Aureus 64-65, AV 7.27 g. NERO CAESAR – AVGVSTVS
By Russell A. Augustin, AU Capital Management, LLC ……
From the Colosseo Collection ……
The name Nero holds a particularly sinister connotation due to how history remembers his cruel and self-indulgent tendencies. His reputation was equally negative during his reign, and the discontent came to a climax in 64 CE. This roman coin commemorates Nero’s perceived divine protection against the Pisonian Conspiracy, a revolt that nearly killed him.
Nero is recorded to have at one point been singing about the destruction of Troy, an event which many incorrectly associate as him “fiddling” as Rome burned during the fires of 64 CE. However, with much of central Rome destroyed, Nero, in very poor taste, took this opportunity to construct the Domus Aurea, the “Golden House”, named after the gold-plated tiles on its exterior.
Nero at Baiae c.1900 by Jan Styka [1858-1925]
This demonstration of excess infuriated not only the public but also many of the high-ranking members of his court, who already feared for their positions and lives under a devolving and irrational Nero. A conspiracy to overthrow the emperor and replace him with Gaius Calpurnius Piso, a wealthy senator, was planned and nearly brought to fruition.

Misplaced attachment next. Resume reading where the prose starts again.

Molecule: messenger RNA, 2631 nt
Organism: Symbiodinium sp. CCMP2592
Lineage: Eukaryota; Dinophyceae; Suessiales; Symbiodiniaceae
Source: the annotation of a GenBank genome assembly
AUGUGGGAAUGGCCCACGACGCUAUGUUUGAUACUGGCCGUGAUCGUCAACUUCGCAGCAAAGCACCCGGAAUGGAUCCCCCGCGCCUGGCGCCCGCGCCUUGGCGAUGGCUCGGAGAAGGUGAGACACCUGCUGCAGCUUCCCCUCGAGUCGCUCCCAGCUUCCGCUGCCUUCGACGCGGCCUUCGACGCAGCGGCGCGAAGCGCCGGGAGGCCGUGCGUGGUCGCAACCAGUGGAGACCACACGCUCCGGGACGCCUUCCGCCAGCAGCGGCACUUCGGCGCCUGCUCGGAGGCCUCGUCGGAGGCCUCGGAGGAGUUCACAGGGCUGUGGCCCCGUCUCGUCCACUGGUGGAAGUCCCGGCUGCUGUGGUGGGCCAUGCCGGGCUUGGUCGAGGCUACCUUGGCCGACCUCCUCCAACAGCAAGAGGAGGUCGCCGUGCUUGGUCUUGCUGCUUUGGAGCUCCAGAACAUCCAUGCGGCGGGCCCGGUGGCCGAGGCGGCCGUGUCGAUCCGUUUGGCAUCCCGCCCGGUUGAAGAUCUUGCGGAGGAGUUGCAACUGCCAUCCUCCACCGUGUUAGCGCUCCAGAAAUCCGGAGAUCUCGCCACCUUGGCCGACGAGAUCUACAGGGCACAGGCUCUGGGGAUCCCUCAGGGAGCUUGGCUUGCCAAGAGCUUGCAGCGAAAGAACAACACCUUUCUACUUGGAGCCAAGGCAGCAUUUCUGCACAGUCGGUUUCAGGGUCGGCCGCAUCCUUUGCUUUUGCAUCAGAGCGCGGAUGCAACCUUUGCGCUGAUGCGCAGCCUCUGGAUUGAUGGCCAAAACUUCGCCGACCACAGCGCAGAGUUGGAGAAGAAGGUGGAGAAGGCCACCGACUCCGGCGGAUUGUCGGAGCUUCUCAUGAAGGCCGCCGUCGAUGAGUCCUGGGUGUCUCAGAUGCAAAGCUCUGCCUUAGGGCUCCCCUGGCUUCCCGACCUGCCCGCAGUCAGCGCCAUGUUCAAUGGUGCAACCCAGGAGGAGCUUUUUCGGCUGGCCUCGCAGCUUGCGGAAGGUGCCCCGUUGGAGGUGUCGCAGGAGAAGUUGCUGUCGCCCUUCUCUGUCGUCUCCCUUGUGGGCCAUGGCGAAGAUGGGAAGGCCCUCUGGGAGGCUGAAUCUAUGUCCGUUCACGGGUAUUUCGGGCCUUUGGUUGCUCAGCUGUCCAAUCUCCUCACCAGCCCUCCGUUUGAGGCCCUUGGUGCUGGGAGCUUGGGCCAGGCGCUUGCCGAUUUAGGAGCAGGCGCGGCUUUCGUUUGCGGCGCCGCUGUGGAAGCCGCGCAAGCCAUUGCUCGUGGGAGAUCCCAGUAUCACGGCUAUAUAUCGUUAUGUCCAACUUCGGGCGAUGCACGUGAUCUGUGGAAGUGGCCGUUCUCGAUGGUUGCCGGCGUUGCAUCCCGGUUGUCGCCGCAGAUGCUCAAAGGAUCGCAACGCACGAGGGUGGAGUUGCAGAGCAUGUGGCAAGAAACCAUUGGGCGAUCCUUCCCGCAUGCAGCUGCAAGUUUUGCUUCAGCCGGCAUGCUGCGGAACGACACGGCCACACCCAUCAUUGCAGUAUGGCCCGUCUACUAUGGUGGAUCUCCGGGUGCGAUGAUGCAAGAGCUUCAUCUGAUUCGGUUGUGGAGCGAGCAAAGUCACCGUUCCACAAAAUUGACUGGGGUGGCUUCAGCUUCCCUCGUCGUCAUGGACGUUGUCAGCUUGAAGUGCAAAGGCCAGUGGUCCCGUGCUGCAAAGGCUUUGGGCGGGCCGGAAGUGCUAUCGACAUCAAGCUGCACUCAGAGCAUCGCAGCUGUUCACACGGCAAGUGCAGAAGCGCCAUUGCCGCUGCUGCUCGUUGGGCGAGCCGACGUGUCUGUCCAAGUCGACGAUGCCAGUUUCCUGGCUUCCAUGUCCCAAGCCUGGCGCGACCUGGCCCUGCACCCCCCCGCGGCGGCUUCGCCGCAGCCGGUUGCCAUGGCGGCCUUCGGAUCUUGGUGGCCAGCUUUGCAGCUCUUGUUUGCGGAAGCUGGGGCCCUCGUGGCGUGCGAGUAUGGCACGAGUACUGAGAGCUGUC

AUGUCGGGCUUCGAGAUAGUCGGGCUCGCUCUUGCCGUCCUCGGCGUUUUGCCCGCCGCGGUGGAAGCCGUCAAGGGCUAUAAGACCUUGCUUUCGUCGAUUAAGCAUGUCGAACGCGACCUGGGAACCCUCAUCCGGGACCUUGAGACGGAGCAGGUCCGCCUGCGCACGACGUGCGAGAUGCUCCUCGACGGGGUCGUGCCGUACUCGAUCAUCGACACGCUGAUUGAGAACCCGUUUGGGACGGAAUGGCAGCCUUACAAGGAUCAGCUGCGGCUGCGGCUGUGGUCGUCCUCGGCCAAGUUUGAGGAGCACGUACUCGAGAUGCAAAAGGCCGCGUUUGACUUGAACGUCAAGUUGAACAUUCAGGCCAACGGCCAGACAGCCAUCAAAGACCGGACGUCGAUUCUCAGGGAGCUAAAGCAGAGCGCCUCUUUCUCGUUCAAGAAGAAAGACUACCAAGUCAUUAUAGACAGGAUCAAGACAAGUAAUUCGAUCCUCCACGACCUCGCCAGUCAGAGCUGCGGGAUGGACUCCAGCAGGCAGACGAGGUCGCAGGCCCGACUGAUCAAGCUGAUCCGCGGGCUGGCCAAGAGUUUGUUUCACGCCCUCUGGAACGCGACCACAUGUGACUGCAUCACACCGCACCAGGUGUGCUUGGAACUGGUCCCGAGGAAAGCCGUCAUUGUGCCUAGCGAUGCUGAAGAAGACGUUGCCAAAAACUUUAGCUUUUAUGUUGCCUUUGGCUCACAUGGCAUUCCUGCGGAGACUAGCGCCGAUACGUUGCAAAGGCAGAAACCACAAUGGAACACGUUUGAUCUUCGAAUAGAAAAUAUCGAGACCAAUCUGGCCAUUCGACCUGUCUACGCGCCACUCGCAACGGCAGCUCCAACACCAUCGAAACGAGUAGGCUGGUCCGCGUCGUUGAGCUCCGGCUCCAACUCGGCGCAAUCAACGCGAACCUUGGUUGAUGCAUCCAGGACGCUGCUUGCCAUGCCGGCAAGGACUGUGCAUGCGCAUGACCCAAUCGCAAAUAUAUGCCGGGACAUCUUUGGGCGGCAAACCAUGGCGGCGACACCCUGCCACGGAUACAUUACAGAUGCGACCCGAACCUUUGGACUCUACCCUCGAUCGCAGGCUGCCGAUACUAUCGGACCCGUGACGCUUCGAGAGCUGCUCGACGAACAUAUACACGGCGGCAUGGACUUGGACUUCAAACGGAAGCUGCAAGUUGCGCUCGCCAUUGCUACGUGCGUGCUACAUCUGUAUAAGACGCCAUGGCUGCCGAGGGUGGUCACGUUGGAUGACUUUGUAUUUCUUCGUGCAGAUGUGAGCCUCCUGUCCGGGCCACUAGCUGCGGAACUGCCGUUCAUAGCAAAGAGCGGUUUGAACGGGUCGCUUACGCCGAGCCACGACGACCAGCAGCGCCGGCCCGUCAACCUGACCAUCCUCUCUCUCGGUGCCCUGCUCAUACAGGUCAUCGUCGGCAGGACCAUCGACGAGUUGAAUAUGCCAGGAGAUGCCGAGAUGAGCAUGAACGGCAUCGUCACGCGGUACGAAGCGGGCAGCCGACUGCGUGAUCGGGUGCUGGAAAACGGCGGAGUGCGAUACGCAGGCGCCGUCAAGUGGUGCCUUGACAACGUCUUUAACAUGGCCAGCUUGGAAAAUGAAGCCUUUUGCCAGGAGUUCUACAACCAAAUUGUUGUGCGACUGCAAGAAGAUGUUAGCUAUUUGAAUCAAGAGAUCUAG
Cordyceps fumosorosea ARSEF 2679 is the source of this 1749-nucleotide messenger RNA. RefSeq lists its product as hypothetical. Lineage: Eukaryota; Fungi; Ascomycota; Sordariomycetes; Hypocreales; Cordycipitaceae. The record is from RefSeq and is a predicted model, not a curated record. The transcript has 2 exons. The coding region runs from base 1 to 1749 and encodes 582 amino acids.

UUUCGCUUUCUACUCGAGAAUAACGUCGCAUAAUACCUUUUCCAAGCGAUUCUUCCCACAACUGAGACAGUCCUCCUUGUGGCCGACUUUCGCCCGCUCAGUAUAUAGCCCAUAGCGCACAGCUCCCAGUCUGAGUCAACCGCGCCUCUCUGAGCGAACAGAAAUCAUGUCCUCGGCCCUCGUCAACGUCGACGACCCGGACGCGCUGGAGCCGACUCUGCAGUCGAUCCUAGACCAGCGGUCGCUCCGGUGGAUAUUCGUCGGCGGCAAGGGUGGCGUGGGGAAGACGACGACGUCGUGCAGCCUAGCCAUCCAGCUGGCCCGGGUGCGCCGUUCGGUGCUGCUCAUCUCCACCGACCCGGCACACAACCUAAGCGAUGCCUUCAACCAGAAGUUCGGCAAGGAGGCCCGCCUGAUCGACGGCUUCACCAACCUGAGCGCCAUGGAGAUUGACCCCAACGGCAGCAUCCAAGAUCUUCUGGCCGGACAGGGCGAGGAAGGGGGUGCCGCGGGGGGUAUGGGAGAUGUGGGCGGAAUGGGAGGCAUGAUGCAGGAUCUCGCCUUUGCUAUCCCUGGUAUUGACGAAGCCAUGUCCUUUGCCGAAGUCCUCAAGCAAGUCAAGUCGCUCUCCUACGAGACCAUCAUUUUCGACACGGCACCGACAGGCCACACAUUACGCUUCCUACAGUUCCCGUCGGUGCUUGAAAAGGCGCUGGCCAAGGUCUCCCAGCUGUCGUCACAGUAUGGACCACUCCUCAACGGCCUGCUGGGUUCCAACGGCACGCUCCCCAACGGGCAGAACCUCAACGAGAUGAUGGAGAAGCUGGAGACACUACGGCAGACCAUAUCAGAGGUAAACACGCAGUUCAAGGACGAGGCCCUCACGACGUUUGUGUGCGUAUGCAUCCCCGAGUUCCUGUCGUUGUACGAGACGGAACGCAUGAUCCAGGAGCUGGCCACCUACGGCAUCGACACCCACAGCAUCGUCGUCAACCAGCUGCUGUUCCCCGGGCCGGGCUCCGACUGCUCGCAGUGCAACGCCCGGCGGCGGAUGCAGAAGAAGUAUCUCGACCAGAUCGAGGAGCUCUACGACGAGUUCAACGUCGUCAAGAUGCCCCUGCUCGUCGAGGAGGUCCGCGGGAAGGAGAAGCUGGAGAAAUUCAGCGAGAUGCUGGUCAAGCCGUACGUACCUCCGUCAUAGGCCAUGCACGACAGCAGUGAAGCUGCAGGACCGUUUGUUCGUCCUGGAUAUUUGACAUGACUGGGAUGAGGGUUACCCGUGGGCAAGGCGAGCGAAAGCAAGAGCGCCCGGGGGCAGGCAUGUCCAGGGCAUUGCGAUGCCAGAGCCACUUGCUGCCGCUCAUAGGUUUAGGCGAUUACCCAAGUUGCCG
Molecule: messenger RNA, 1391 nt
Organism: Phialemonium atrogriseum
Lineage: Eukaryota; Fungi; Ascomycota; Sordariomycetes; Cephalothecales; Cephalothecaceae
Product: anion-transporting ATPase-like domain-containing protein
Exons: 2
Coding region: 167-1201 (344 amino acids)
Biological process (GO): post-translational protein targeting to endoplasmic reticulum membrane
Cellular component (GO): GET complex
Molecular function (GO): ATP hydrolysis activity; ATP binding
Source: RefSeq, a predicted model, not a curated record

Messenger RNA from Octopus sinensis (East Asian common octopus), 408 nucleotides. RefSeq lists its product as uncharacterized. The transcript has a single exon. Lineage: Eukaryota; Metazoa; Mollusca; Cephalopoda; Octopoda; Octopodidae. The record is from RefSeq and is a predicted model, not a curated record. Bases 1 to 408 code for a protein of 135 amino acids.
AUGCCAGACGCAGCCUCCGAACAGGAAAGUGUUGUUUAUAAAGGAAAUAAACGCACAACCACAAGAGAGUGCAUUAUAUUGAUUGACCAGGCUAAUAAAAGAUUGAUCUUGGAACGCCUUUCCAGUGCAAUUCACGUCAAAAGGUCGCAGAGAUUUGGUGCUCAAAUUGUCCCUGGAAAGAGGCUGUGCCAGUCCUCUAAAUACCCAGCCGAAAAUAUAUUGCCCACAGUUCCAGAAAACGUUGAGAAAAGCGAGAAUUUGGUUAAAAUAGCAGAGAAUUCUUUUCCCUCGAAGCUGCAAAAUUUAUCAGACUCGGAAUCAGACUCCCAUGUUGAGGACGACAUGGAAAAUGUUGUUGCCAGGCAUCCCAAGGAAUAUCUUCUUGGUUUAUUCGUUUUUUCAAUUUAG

However, at the last moment, a freed former slave named Milichus discovered the conspiracy and his wife convinced him to report it to Nero’s secretary. When he learned of the conspiracy, Nero executed a number of prominent Romans and forced the philosopher Seneca the Younger, the poet Lucan, and the author Petronius to commit suicide, as they were suspected to be associated with the plot.
He believed that because so many people who were so close to him were involved in the conspiracy, he must have only been spared because the gods intervened. Jupiter the Guardian (represented by the inscription “Custos” – one who preserves and saves) was attributed with this intervention. Nero’s fate was only temporarily delayed, as he committed suicide on June 9, 68 CE after facing execution as a public enemy.
This type was used on both aurei and denarii. A second type, with the inscription “Salus” was issued alongside it, referring to the well-being of the emperor.
This aureus was part of the group found during the excavation of Pompeii, buried beneath the ash of Mt. Vesuvius for 1,800 years. It is beautifully toned with deep blue and red hues from its exposure to the sulfuric conditions under the ash from Pompeii.
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Aureus 64-65, AV 7.27 g. NERO CAESAR – AVGVSTVS Laureate head r. Rev. IVPPITER – CVSTOS Jupiter seated l. on throne, holding thunderbolt and long sceptre. C 118. BMC 67. RIC 52. CBN 218. Calicó 412. Attractive blue-red toning, from the Boscoreale hoard. Extremely Fine. Ex. Golden Horn Collection